• This likely is us propaganda « news »—in the us empire, the « news » was controlled /owned by huge publically traded corporations. Thefiduciary duty is to shareholders and advertisers.

      • I think we’ve heard enough about those stories to draw fairly reasonable conclusions about the incidents, as Barry has done. The lack of 100% data don’t improve the odds of coming to a reasonable conclusion. That’s just a dodge to impress the gullible.

        • Au contraire, Sara. Cops in the US are woefully underpaid considering the risks associated with their job. Check it out: Starting salary in Atlanta, a crime haven and major center for the trafficking of drugs, weapons, and sex slaves is a bit over $48K (max $72K before overtime). People who risk their lives daily to serve others deserve more respect. I don’t doubt that unwarranted shootings occasionally occur. But to have to make those sorts of snap judgments under incredible duress is not something anyone should have to endure.

          • No, they do make massive salaries and bévues. transparent California tells a far different story than us empire propaganda « news ».

          • Quoting « us news » is akin to quoting Eddie Bernays and what he thinks of bacon or ciggies.

    • Perhaps more training in dealing with, and de-escalating, tense situations might lead to an even smaller (and more blessed) number of tragic accidents. It seems that many of these blessedly few tragic accidents happen because the police officers involved don’t know what else to do besides fire their guns. I’ve watched a number (not a large number) of body-cam or bystander videos where the victim was running or walking away from the officer and posing no immediate threat to anyone let alone the officer involved. Of course this is not to imply that resisting arrest in any way is advisable, or that the officers didn’t truly believe they were in danger; but I wonder if it’s possible that more training in how to read & analyze situations in real time might help to avoid some of these tragic accidents. For instance, an officer may believe he or she is in mortal danger from the moment they get out of their patrol car, and thus be likely to react with gunfire to any sudden sensory stimulus at all. (Remember the case in, I believe it was Minneapolis, where an officer shot the lady who had called the police when she suddenly ran out of her home toward the police car? I saw another where an officer was investigating a reported prowler and ended up shooting a small dog that came around the corner barking.)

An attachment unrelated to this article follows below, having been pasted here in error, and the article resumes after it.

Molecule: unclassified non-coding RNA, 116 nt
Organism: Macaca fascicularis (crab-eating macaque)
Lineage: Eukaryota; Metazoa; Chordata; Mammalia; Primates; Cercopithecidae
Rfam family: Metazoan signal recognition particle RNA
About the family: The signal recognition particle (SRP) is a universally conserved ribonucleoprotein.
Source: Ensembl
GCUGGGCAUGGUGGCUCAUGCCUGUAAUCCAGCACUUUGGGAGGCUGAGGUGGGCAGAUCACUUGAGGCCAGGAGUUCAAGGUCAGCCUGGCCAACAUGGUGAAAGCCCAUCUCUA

• Joel Thompson (b.1988) is an Atlanta composer, pianist, conductor, and educator. His largest work, “Seven Last Words of the Unarmed” for TTBB chorus, strings, and piano, was premiered November 2015 by the University of Michigan Men’s Glee Club under the direction of Dr. Eugene Rogers. “Seven Last Words of the Unarmed” won the American Prize in Composition, 2017/18. Thompson was a composition fellow at the Aspen Music Festival and School where he worked with composers Stephen Hartke and Christopher Theofanidis. Thompson taught at Holy Innocents’ Episcopal School in Atlanta 2015-2017, and also served as Director of Choral Studies and Assistant Professor of Music at Andrew College 2013-2015. Thompson is a proud Emory alum, graduating with a B.A. in Music in 2010, and an M.M. in Choral Conducting in 2013. Joel is currently at Yale University earning his Master of Musical Art degree in Composition, a stepping stone to the D.M.A. [Doctor of Musical Arts] degree. His teachers include Eric Nelson, William Ransom, Laura Gordy, Richard Prior, John Anthony Lennon, Kevin Puts, Robert Aldridge, and Scott Stewart.

    • From the earlier comment by Jessica Langlois (author of the newspaper article): “His largest work, “Seven Last Words of the Unarmed” for TTBB chorus, strings, and piano, was premiered November 2015 by the University of Michigan Men’s Glee Club under the direction of Dr. Eugene Rogers.”

      I think the “breakthrough” is that this is/ will be the first professional performance.

  • While every such death is deeply regrettable, now it seems that no ‘woke’, SJW ‘white privilege’ middle-class guilt-trip bandwagon is too tacky to jump on.